Disney+ has announced that the original scripted series “The Right Stuff” from National Geographic will premiere this fall on Disney+. Produced for National Geographic by Appian Way and Warner Horizon Scripted Television, “The Right Stuff” is adapted from Tom Wolfe’s iconic, bestselling nonfiction account of the early days of the U.S. space program.
The eight-episode, scripted series takes a clear-eyed look at what would become America’s first “reality show,” as ambitious astronauts and their families become instant celebrities in a competition that could kill them or make them immortal.
The two men at the center of the story are Major John Glenn, a revered test pilot and committed family man with unwavering principles, portrayed by Patrick J. Adams (“Suits”), and Lieutenant Commander Alan Shepard, one of the best test pilots in Navy history, portrayed by Jake McDorman (“What We Do in the Shadows,” “Lady Bird”).
At the height of the Cold War in 1959, the Soviet Union dominates the space race. To combat a national sentiment of fear and decline, the U.S. government conceives of NASA’s Project Mercury, igniting a space race with the Soviets and making instant celebrities of a handful of the military’s most accomplished test pilots. These individuals, who come to be known as the Mercury Seven, are forged into heroes long before they have achieved a single heroic act. The nation’s best engineers estimate they need several decades to make it into outer space. They are given two years.
The rest of the Mercury Seven includes Lieutenant Gordon Cooper, portrayed by Colin O’Donoghue (“Once Upon a Time,” “Carrie Pilby,” “The Rite”), the youngest of the seven who was selected to everyone’s surprise; Wally Schirra, portrayed by Aaron Staton (“Mad Men,” “Narcos: Mexico,” “Castle Rock”), a competitive pilot with a gift for pulling pranks; Scott Carpenter, portrayed by James Lafferty (“The Haunting of Hill House,” “Small Town Crime”), a soulful man who was dubbed “The Poet” by the other astronauts; Deke Slayton, portrayed by Micah Stock (“Brittany Runs a Marathon,” “Escape at Dannemora”), a taciturn but incredibly intelligent pilot and engineer; and Gus Grissom, portrayed by Michael Trotter (“Underground,” “The Evening Hour”), a no-nonsense test pilot who eventually becomes the second man in space.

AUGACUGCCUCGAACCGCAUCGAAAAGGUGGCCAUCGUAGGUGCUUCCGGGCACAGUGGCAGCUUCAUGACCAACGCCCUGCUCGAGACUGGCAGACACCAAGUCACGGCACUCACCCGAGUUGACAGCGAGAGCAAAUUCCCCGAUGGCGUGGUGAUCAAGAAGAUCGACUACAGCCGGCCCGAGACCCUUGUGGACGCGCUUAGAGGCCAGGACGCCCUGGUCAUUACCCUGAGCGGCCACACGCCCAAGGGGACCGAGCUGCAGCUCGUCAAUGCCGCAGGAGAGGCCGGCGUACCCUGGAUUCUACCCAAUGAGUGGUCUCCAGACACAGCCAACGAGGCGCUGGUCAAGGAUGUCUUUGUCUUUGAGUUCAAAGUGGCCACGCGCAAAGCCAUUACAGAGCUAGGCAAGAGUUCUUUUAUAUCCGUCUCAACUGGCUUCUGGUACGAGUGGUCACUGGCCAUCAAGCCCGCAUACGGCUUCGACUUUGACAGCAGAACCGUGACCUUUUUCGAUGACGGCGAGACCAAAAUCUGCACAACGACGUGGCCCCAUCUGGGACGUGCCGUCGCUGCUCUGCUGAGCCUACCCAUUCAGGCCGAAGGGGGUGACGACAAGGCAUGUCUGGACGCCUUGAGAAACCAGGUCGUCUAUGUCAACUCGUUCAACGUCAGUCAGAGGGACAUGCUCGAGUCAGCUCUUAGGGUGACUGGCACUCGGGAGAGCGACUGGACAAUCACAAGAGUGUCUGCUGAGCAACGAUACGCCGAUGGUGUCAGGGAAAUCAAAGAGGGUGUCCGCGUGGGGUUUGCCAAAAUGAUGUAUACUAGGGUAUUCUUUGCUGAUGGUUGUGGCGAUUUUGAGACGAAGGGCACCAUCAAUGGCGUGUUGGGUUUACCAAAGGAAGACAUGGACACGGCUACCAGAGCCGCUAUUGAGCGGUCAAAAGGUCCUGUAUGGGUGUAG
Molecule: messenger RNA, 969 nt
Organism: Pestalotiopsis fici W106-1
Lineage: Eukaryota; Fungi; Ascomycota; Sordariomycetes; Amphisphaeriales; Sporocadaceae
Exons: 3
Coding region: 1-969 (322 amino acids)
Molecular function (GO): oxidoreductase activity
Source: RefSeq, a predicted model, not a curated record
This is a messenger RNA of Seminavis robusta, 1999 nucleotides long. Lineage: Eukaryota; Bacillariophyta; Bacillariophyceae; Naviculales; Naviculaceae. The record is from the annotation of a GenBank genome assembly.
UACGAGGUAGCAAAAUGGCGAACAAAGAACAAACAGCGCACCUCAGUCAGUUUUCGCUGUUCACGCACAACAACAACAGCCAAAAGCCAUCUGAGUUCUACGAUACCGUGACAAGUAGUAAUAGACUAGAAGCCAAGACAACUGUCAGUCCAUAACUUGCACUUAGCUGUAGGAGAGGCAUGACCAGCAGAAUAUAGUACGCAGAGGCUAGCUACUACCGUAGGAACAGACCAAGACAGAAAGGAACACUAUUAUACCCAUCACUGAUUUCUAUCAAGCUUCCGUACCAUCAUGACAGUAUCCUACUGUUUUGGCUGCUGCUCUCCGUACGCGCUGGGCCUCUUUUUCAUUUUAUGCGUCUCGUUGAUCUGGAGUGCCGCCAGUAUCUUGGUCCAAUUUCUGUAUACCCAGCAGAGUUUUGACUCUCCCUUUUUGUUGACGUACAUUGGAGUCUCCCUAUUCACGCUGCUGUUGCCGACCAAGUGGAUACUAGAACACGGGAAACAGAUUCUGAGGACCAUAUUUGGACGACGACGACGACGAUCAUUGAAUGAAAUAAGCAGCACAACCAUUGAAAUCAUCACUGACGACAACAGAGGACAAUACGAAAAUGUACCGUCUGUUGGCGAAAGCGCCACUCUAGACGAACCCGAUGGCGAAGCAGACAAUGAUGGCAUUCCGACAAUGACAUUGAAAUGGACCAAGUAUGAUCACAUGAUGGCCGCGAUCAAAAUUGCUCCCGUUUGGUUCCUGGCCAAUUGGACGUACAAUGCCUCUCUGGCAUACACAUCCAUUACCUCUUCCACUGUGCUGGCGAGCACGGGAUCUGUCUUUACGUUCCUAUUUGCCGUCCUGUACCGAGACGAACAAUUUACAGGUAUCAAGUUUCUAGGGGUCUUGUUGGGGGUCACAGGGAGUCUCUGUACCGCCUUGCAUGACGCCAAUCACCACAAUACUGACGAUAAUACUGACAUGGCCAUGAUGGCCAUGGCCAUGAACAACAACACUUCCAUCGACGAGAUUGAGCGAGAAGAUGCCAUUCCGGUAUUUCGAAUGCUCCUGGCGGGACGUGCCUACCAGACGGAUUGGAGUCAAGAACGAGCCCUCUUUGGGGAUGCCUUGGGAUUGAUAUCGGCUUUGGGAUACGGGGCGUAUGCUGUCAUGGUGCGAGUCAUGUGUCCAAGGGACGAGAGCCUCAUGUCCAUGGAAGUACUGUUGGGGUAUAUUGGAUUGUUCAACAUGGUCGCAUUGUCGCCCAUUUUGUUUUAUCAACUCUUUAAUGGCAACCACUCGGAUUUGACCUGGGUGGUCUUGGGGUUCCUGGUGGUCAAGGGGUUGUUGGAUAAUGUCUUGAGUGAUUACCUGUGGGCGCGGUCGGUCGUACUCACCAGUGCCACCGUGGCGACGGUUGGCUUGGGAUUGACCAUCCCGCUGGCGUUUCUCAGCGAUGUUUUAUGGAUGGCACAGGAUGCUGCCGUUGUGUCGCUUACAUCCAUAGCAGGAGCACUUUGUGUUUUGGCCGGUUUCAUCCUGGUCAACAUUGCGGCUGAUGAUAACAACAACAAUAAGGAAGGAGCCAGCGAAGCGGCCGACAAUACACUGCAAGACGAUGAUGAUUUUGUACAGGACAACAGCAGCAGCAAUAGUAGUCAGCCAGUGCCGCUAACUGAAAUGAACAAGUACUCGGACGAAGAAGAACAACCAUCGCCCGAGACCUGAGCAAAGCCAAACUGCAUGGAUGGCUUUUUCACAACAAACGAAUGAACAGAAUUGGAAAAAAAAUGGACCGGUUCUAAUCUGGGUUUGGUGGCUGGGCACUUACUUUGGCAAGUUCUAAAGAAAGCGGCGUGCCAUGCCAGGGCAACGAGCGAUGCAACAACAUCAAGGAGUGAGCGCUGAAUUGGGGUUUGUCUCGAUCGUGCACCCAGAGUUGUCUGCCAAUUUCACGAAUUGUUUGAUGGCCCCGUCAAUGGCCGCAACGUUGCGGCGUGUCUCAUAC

The astronauts’ strengths are equaled only by their flaws. As the men succumb to the temptations that surround them, Project Mercury threatens to come apart. At the heart of the historic drama populated by deeply human characters are two men who become icons — Glenn and Shepard — as they jockey to be the first man in space. The entire program is nearly brought to its knees by their intense rivalry.
The series also follows NASA’s engineers, who work against the clock as pressures mount from Washington and a transfixed public. And we witness the underbelly of a myth-making propaganda machine headed by NASA’s PR department and aided by the writers and editors at LIFE Magazine.
“This true story of scientific innovation and human perseverance could not be more timely,” said Courteney Monroe, president, National Geographic Global Television Networks. “National Geographic’s The Right Stuff’ is an aspirational story about exploration, ambition, determination and resilience and reminds us that human beings can achieve the extraordinary when united by a common purpose. This series provides a compelling behind-the-scenes look at the flawed, but heroic Mercury 7 astronauts and we are thrilled that it has found its perfect home on Disney+.”